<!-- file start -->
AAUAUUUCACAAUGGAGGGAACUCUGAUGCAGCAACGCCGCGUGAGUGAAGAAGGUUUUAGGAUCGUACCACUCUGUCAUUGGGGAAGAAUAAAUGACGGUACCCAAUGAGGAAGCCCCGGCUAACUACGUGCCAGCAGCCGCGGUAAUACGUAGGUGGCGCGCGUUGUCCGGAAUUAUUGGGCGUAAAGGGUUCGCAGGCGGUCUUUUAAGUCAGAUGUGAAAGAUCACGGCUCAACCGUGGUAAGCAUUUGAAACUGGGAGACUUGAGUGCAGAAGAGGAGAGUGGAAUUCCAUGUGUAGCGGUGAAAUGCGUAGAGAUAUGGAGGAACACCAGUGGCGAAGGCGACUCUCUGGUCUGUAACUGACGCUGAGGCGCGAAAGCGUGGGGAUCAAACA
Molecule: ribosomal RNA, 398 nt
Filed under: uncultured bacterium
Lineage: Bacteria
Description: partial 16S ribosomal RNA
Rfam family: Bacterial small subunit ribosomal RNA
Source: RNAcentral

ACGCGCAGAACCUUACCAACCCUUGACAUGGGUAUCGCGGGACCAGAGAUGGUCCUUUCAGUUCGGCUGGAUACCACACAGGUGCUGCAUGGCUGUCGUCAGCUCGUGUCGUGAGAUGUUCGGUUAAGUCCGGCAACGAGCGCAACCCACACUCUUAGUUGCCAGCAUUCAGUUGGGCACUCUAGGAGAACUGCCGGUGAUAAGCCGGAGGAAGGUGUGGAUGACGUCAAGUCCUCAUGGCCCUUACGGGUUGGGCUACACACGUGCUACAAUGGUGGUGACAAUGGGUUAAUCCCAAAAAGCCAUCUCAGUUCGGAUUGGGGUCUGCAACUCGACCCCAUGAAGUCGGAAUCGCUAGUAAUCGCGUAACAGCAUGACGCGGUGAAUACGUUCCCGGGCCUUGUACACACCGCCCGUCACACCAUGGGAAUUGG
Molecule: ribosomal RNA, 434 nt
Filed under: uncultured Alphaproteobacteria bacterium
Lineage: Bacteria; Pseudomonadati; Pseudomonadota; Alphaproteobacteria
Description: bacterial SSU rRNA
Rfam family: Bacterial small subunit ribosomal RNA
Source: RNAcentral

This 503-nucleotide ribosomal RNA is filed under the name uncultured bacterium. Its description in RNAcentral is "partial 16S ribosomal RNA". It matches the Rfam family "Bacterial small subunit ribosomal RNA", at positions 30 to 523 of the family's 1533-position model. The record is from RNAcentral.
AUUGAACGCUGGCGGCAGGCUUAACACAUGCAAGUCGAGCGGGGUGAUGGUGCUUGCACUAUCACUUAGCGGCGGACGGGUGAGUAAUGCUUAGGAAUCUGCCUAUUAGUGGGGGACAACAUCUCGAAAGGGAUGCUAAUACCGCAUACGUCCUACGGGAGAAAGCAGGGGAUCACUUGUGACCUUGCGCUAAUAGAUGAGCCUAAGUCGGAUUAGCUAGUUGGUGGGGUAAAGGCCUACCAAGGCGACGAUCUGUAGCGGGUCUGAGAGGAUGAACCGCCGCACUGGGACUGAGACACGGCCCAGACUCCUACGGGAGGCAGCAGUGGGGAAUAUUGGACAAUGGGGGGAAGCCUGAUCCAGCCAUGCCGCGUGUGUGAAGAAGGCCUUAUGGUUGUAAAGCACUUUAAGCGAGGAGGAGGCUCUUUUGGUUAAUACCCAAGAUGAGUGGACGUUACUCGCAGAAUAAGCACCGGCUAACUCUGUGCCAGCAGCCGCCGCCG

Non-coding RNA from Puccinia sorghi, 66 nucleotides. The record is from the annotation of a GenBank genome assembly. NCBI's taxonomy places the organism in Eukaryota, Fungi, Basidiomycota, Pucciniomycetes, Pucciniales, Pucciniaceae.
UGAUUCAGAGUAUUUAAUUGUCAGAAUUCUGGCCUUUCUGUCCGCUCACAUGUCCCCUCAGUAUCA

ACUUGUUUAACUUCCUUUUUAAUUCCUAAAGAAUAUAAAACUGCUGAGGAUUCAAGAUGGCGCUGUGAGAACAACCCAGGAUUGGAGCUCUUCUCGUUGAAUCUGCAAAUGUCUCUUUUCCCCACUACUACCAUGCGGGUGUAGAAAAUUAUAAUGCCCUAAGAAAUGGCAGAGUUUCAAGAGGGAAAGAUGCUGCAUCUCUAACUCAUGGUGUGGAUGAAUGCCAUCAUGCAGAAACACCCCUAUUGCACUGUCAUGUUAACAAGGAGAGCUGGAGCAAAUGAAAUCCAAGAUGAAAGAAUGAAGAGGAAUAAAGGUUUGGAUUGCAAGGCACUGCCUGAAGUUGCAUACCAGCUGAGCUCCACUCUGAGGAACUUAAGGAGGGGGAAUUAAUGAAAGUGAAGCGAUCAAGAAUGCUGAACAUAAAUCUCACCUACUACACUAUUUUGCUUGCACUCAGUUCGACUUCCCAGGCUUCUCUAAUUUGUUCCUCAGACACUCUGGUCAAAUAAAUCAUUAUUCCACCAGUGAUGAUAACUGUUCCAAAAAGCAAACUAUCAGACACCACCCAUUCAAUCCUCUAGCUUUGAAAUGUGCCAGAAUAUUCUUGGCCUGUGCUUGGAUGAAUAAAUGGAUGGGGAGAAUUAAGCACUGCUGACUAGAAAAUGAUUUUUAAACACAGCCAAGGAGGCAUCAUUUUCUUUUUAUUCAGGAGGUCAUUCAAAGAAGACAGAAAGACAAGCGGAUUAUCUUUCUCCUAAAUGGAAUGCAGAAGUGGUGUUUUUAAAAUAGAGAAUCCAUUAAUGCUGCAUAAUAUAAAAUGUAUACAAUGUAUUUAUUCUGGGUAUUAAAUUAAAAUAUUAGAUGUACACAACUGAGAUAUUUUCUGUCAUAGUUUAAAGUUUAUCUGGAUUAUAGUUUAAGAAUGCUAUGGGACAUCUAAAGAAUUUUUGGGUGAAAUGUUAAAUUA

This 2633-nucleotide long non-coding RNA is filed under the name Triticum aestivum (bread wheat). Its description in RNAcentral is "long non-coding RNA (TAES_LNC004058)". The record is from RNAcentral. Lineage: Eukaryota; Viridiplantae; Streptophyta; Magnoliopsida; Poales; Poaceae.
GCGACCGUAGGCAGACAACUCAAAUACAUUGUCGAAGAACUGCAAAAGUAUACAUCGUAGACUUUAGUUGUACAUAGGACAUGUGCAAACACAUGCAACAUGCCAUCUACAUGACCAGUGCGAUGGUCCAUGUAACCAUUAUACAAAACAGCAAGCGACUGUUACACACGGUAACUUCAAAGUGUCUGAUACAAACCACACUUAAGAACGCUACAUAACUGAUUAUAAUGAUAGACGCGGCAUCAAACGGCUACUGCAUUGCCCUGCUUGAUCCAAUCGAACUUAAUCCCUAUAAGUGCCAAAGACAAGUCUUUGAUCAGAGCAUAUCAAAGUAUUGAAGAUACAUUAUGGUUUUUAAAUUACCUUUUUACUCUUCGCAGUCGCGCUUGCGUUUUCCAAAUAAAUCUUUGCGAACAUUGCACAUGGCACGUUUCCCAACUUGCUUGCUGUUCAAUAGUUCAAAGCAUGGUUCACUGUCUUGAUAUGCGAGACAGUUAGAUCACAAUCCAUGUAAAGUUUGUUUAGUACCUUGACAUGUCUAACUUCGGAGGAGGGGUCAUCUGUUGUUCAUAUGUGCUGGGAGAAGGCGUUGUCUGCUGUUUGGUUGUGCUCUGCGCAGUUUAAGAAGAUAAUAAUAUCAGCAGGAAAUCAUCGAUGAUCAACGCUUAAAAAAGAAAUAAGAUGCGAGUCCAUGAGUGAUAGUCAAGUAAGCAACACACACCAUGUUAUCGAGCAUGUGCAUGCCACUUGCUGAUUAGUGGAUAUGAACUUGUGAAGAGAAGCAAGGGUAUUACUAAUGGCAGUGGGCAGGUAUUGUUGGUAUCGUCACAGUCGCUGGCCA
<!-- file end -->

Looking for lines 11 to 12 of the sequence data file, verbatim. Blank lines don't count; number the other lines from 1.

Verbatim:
Lineage: Bacteria; Pseudomonadati; Pseudomonadota; Alphaproteobacteria
Description: bacterial SSU rRNA